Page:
The goal of Anglish is: English with many fewer words borrowed from other tongues. Because of the fundamental changes to our language, to say that English individuals as we speak speak Fashionable English is like saying that the French speak Latin. The very fact is that we now speak a world language. The Anglish project is intended as a means of recovering the Englishness of English and of restoring ownership of the language to the English people.
The goal of the Anglish project differs from person to person, however principally it is to explore and experiment with the English language. This exploration is pushed for some by aesthetics, for the ethnic English by cultural needs, and but for others it is only an interesting diversion or pastime. Language performs a big function in our lives, so to be able to play with that language, and form it to our own needs or needs may be very important. For this reason, writing or talking in true English is a positive finish in itself, in as much as it provides an other outlet for this need.
However there is also the further idea that Anglish is a recognition and a celebration of the English part of recent English. For, though it has borrowed hundreds and hundreds of words throughout its life, there still exists a true English core to English, a very powerful on a regular basis words which no sentence or uttering may manage without. By stripping away the layers of borrowings, Anglish lets us higher admire that core and the role it performs in our language.
The most effective way to seek out out where a word comes from is to look it up in a dictionary. Most decent desktop dictionaries will embody quick etymologies for many of their entries, which give a little knowledge of where the word arose from, and the way it was used or written within the past. Some on-line dictionaries have this knowledge as well, such because the Oxford English Dictionary, Merriam-Webster, Dictionary.com and Wiktionary. There are also dictionaries dedicated to word etymologies, which are a goldmine for knowledge about English words. The On-line Etymology Dictionary is maybe one of the best available online.
But these will only tell from the place and when a word came into English, but not whether it needs to be thought ‘borrowed’. Some immensely old and very basic words, such as ‘cup’ and ‘mill’, are indeed borrowed from Latin, yet nobody would say these words should not English. Conversely, words like ‘thaumaturgy’ and ‘intelligentsia’ are clearly not of English origin, and have been borrowed comparatively lately.
Where to draw the road between English and ‘borrowed’ is yet an different space of personal choosing, and there are many views on this among Anglish proponents. A very broad rule says that anything borrowed from French, Latin and Greek within the last eight hundred years should be thought borrowed. A more discerning view would say that any word which was brought into English to fill a genuine need or hole in vocabulary needs to be kept, however these words borrowed to “adorn” or “enrich” the language however in reality push out current words, must be weeded.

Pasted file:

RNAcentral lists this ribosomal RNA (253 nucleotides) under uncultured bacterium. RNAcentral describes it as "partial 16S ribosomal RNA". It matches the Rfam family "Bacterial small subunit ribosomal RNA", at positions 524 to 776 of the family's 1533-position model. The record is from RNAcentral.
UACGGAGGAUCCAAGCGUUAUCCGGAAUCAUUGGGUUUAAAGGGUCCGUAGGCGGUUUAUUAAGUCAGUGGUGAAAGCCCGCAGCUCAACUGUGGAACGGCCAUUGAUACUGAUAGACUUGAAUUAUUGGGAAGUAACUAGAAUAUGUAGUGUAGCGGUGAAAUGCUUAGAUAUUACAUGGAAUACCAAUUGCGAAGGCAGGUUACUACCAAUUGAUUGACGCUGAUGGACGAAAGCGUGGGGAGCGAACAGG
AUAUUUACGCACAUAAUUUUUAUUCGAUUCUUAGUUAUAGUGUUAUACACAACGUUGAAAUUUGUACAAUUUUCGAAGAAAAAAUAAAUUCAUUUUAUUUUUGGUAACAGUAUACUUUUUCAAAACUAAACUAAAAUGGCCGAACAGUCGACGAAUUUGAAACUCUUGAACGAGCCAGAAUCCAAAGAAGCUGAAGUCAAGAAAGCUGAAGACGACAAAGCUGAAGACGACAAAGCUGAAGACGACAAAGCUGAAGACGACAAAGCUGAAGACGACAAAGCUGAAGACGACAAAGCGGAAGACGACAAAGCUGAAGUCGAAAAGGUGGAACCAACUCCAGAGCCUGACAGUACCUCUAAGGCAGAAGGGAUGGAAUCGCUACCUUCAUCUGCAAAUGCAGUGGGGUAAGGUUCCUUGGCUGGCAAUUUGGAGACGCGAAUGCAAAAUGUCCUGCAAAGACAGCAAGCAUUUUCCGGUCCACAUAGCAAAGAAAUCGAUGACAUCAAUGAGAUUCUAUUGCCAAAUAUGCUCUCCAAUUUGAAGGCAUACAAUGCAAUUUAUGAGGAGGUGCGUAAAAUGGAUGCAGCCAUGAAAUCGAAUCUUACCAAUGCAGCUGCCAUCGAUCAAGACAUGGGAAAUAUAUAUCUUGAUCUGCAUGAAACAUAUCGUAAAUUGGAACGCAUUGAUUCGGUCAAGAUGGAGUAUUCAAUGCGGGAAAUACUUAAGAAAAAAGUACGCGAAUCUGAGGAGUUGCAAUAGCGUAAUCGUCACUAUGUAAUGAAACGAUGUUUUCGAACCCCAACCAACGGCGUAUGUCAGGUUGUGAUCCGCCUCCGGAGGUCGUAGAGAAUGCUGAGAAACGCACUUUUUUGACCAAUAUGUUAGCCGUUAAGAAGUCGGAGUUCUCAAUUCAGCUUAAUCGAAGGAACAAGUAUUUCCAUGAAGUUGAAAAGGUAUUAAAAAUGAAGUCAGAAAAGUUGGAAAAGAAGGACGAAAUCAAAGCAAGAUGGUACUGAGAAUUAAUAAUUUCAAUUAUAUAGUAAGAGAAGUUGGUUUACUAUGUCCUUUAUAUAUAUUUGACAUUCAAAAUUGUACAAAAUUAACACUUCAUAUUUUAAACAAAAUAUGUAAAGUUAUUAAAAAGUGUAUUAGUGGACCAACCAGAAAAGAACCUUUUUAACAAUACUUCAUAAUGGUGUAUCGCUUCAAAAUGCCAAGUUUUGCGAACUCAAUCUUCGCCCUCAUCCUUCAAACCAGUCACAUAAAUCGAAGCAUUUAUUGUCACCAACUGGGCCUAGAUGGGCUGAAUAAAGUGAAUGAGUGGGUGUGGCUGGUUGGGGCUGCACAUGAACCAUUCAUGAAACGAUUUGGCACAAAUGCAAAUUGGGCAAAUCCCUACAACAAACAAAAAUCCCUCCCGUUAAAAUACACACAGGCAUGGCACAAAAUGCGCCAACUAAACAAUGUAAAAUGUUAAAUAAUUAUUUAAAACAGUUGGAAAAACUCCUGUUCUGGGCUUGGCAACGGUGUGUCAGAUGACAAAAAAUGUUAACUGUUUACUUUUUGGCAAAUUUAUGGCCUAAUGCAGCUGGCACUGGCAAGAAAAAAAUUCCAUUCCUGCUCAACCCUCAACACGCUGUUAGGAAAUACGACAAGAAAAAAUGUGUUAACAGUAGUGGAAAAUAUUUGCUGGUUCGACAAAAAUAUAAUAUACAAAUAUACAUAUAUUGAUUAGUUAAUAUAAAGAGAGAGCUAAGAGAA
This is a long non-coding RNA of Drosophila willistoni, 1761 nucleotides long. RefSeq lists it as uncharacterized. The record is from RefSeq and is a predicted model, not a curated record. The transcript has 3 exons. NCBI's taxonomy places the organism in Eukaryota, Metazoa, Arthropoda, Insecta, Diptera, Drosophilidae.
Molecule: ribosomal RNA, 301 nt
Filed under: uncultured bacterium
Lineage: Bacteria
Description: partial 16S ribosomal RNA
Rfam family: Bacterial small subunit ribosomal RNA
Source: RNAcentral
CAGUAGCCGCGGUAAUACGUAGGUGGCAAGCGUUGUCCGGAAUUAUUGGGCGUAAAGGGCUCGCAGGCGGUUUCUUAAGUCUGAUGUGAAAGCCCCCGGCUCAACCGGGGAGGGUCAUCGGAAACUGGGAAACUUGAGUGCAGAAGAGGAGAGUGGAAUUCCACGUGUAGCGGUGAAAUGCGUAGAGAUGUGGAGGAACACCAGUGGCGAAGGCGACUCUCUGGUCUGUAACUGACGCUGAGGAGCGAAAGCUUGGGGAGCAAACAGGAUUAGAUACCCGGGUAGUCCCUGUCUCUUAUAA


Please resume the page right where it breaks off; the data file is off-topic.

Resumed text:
Are there actually that many borrowed words in English?
Yes. English is renowned for having borrowed so many words from completely different languages during the last thousand years. The core of English is Germanic, however only about 25% of the words in English at the moment derive from such a root, and that features those of Norse, Dutch, German and others, as well as English. That will sound like many, one in every 4 words, but not so much when one thinks that Latin and French every account for 29% of the English vocabulary. Greek yields an other 6% of words, with the last 10% being from different languages, derived from personal names, or just unknown.
Nevertheless, as talked about earlier, the core of the English language still mostly consists of English words, which makes an undertaking like Anglish possible.
When a word is taken out from English, where do replacement words come from?
There are lots of roots for words to exchange these which have been removed from English. Sometimes, a word which is removed will have a commonly known English synonym already present. Words like ‘quotidian’ and ‘illegal’ can simply be switched for ‘on a regular basis’ and ‘unlawful’ without losing that means or intelligibility. When there may be not a readily available English word to be used, a new word should be found or made. Some old or obscure words may be brought back to life and reused; new words will be calqued from English morphemes utilizing the old word’s pattern; different times wholly new words, “neologisms,” can be put collectively from current words and affixes. None of these methods are right or unsuitable, but every has its stead in making a wide and varied lexicon for Anglish, and every is used in response to the context and particular wants of a word.